Cub on Fire! Don't Make This Mistake

Sat Nov 24, 2007 6:53 pm

All we can do is learn from each other...I made a very stupid mistake today and I'm lucky I'm home to write about it tonight so another person doesn't repeat it. I am still new to this old tractor stuff and have not had my cub for a year yet. Therein is the problem...I cut a corner!

Today I pulled the cub out of the had been running only a few minutes. I had a little difficulty starting got cold in CT. I moved it to the driveway and attempted to fill the tank with a small amount of gas. I know better...I know better. In a second the cub was on fire...the hood was burning, really coat sleeve was on fire. I could not put the fire out on my I hit the grass. The fire on the hood was still going...I kept my head about me and got the fire on my coat out. I ran to the garage and a quick hit with a fire extinguisher that hung on the wall for years knocked the fire out. When all was done my cub looked like a demonstrator...all white powder. It was all happened in a split second. I can only imagine how many farmers this may have happened to over the years at the end of a long day when they were trying to save a little time.

By the grace of god I am physically O.K. but I feel ridiculous in that I know better. I was trying to save a little time I guess, and the cub is O.K. I can't believe that I came out this without significant injury or loss. I have no hair on my arm and hand but no burns. I am appreciative of my Carhartt coat and my fire extinguisher. (if you work on these things get both) The tractor cleaned up with next to no looks like the fire burned on top of the liquid and not the painted surface.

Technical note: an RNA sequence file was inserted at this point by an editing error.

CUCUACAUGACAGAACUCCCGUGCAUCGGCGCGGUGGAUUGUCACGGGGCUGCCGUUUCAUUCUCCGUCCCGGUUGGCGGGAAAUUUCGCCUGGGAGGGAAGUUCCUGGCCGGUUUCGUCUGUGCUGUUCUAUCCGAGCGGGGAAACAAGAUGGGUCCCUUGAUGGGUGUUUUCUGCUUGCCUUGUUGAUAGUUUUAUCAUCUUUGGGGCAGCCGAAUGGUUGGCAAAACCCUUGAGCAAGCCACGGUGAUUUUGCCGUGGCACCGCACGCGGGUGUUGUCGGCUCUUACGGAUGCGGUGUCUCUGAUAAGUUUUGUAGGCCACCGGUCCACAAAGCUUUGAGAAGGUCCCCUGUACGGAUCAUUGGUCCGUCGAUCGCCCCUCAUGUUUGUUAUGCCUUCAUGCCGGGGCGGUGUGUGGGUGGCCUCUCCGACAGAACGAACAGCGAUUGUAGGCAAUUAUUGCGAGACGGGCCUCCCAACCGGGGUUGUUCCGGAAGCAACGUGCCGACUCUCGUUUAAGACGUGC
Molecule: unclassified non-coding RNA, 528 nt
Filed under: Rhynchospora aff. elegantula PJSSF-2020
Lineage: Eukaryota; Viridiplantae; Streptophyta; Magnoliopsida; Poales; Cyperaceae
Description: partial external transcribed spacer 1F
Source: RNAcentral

I thought hard about writing this post...I am humbled and deserve to be called a dummy. I hope that my documentation of a split second mistake can prevent somebody who is new or a little to comfortable with the cub from getting hurt. I am truly thankful to god tonight...respectfully submitted.

Sat Nov 24, 2007 7:01 pm

Glad your ok and all is well. Thanks for the post, I'll remember it while working on mine. I do keep a fire extinguisher on hand at all time while I'm working on it, I don't know why because I've never had one before until now....
I've done the same thing on my riding mower because it starts hard so I'm a dummy myself :oops:

Sat Nov 24, 2007 7:03 pm

Just glad that you are O.K. Thank you for posting this story. Doing so may prevent others from suffering the same, or worse, fate. We have all ignored safety rules to save a little time but this drives home the dangers in doing so. Dan

Sat Nov 24, 2007 7:11 pm

Reminding us of the danger by writing the post, removes you from the dummy list. Ed

Sat Nov 24, 2007 7:23 pm

Glad you wern't hurt. Rudi, can you say tip of the year :?: :?:

Sat Nov 24, 2007 7:25 pm

Thanks for the kind words...


Sat Nov 24, 2007 7:25 pm

Thanks for the reminder to us all. I wouldn't say you were a dummy. You only did what many people do all the time with out thinking.